The long-running trade mark dispute between Interflora and Marks and Spencer (M&S) has captivated brand owners and intellectual property lawyers since its early beginnings in 2008. The battle ensued after M&S’ used Interflora’s name as keywords to prompt Google adverts which did not actually contain the Interflora name or branding but took users to M&S’ own flower delivery service. The outcome has important implications for all brand owners and their competitors.
In May 2013 Arnold J, High Court judge, found in favour of Interflora by declaring that M&S was guilty of trade mark infringement for using Interfloras’s trade mark as a keyword. In the latest twist the Court of Appeal declared in November 2014 that, due to a number of errors of law apparent in the proceedings, the case must be allowed to go to appeal and remitted it for a retrial to the High Court.
Why was the case remitted to the High Court for a retrial?
The Court of Appeal’s decision to allow the remittance of the case for a retrial is not based on any notion that the original decision handed down by Arnold J is wrong. Rather, a retrial was ordered due to the existence of numerous errors of law in the previous decision.
Firstly, it was felt by the Court of Appeal that the High Court judge overly relied on the doctrine of ‘initial interest confusion’ when reaching his decision. This concept implies that if someone browsing the internet is initially confused into thinking that a keyword advert is potentially connected to a brand owner, other than to the brand owner to whom the keyword actually pertains, and then visits the mistaken company’s website, a trade mark infringement will have occurred.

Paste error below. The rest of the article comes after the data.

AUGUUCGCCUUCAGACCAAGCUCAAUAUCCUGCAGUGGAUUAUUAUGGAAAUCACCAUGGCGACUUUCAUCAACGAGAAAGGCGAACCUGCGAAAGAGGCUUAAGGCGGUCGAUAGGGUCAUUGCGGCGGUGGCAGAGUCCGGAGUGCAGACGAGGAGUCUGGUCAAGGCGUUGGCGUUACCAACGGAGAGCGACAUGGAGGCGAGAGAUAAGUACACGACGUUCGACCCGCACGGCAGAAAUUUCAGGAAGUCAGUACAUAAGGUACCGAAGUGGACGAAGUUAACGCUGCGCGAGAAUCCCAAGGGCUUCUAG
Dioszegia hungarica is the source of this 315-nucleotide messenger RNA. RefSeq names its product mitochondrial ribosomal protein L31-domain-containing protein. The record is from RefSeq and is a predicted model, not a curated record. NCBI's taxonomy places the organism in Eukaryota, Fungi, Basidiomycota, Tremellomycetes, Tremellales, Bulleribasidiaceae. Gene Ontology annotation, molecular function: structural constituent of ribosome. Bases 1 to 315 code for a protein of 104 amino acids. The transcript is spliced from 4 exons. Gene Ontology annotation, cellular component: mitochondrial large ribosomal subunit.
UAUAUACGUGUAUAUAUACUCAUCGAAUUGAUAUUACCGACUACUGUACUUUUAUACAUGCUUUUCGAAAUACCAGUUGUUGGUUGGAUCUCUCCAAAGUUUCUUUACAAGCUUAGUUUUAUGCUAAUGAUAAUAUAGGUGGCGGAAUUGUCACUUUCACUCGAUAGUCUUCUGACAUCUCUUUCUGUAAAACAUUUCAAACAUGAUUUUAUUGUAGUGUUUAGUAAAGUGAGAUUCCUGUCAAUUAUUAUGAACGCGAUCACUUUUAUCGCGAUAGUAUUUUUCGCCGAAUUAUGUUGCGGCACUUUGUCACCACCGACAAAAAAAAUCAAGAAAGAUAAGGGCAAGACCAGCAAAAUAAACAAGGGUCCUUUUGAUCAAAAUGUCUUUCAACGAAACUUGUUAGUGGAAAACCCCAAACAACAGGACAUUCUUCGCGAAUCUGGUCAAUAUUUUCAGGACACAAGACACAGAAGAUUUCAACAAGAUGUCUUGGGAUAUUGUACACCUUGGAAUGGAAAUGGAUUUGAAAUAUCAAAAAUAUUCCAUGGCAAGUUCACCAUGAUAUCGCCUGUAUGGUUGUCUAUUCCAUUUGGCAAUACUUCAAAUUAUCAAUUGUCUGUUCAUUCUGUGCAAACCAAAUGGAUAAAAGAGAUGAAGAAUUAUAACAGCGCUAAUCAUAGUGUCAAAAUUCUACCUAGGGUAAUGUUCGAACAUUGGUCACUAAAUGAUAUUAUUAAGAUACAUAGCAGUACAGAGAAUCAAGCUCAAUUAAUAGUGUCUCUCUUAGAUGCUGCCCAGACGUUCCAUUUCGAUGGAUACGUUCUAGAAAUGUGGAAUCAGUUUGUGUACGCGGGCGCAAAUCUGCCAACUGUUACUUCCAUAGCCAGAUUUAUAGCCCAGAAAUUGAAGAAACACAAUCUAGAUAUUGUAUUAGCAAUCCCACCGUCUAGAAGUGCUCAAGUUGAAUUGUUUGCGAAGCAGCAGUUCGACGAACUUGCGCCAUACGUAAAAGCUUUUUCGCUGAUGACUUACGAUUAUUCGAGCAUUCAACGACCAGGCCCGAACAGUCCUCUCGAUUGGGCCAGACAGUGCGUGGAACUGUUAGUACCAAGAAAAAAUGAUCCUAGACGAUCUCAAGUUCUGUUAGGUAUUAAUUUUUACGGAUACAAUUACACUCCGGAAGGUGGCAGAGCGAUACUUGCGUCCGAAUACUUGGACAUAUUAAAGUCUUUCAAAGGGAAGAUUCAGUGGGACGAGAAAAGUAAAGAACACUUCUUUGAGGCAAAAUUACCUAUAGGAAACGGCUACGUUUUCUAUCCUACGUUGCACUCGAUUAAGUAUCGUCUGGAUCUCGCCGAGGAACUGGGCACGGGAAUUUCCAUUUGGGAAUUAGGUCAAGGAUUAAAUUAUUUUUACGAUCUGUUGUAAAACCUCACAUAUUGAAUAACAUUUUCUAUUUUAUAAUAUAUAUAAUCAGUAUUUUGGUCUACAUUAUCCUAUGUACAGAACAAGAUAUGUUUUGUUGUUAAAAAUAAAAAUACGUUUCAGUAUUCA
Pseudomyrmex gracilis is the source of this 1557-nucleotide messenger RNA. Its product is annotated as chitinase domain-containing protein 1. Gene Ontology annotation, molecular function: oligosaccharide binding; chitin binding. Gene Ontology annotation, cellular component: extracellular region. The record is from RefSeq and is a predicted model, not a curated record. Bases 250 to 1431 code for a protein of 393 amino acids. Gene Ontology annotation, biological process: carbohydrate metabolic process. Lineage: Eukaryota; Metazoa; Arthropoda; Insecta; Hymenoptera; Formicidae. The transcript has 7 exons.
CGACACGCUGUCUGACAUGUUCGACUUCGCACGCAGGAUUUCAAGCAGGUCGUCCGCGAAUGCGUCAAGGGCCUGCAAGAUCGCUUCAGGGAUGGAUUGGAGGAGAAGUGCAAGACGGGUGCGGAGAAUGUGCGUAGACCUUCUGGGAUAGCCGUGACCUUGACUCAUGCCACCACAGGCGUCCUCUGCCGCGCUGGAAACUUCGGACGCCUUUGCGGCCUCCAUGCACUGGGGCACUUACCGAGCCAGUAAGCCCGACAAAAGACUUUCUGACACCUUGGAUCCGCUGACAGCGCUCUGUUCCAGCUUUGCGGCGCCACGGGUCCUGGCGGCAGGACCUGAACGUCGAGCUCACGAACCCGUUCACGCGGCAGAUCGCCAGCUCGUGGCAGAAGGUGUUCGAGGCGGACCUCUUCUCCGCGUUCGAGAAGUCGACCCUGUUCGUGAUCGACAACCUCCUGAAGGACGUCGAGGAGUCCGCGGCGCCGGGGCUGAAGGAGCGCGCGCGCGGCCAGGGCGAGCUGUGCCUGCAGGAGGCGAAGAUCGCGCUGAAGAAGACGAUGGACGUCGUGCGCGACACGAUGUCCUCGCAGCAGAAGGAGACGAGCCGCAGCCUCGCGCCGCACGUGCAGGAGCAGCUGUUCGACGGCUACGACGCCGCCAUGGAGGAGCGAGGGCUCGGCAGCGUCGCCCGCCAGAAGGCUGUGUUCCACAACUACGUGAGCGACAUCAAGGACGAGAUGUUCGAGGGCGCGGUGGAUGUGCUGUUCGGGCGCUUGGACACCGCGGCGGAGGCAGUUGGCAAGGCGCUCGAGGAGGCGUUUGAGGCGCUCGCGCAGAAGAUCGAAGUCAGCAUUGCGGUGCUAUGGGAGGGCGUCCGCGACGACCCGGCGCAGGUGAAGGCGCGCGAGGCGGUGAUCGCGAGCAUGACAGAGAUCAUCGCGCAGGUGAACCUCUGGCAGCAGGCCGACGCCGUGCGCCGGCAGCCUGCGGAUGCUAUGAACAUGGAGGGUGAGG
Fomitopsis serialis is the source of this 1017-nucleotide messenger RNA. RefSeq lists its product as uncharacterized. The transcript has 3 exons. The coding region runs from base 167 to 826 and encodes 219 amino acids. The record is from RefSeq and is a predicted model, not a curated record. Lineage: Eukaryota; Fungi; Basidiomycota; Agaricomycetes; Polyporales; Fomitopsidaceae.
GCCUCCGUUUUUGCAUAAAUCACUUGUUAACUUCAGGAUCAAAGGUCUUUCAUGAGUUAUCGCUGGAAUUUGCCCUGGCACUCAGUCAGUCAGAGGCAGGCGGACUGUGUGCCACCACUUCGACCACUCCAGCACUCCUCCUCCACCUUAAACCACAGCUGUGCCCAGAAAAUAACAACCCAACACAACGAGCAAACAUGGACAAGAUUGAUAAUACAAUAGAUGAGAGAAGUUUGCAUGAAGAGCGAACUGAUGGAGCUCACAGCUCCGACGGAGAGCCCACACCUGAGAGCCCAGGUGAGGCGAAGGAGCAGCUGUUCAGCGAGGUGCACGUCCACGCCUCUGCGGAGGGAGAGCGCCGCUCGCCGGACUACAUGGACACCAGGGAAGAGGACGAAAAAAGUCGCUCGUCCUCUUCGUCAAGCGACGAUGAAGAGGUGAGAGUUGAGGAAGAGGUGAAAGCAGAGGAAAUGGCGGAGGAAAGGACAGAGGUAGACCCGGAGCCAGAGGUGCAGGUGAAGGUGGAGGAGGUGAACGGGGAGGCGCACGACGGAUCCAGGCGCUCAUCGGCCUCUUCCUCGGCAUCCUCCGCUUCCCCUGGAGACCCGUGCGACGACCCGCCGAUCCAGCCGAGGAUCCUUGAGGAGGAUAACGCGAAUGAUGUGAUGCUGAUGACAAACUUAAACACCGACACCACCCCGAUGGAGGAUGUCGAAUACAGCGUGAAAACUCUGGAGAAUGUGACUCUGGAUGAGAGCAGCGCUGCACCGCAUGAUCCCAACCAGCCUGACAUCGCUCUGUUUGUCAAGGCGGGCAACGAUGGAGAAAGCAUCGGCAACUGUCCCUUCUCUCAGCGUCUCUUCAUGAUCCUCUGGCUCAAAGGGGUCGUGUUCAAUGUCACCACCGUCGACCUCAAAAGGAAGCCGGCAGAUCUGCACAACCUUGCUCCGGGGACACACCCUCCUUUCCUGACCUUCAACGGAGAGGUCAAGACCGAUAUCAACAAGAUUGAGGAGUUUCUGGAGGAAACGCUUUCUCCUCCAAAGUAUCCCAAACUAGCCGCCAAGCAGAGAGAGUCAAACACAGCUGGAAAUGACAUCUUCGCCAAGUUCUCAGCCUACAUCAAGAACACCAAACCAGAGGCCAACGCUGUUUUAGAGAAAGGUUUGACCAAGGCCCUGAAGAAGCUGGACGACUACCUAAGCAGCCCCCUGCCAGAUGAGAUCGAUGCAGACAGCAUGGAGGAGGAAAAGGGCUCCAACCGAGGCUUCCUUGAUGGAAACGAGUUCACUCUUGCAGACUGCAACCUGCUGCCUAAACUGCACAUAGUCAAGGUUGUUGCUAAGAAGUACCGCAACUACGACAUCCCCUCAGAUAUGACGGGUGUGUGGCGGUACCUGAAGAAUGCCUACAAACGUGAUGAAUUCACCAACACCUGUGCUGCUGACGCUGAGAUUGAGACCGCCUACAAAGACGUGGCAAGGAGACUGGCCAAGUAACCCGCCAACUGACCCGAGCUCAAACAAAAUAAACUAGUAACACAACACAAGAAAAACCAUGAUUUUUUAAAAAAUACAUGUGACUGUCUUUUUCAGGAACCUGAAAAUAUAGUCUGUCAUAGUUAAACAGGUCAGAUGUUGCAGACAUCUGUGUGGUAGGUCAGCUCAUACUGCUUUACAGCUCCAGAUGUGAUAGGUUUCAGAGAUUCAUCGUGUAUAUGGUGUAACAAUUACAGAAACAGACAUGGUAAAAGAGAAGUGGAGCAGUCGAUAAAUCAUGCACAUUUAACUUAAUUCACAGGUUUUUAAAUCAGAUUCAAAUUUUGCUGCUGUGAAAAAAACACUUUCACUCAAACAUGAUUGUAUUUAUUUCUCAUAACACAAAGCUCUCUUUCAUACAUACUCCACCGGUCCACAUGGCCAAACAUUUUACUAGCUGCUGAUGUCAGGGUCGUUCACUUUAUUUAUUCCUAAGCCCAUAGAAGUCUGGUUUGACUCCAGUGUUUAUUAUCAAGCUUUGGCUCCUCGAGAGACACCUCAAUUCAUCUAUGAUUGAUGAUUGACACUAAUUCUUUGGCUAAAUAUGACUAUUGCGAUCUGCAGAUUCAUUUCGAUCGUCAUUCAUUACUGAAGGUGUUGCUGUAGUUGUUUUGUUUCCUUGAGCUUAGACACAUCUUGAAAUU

This was criticised as having been the wrong approach to take and one which confuses the actual test for trade mark infringement. The actual test being that which is derived from the 2010 Google France decision which states that trade mark infringement takes place when a reasonably informed and observant internet user is not able, or is able to but with difficulty, to ascertain from the advertisement in question whether the goods or services being advertised originate from the real brand owner or from a third party.
Secondly, it was declared that Arnold J had wrongly placed the onus of proof on the defendant. Instead, it should have been for the claimant to show that trade mark infringement had taken place, instead of the other way round.
Finally, the Court of Appeal felt that Arnold J had admitted certain forms of evidence into the proceedings which should not have been admitted, such as for instance, thirteen witness statements, identified by a witness gathering exercise, put forward by Interflora.
Notably, the actual decision reached by the High Court was not criticised and it remains to be seen if changes based on corrections to errors of law will yield a different outcome when the case is retried. The outcome will likely depend on whether the evidence put forward does or does not show that reasonable internet users were able to ascertain from any given advertisement the actual owner or provider of the products or services being advertised.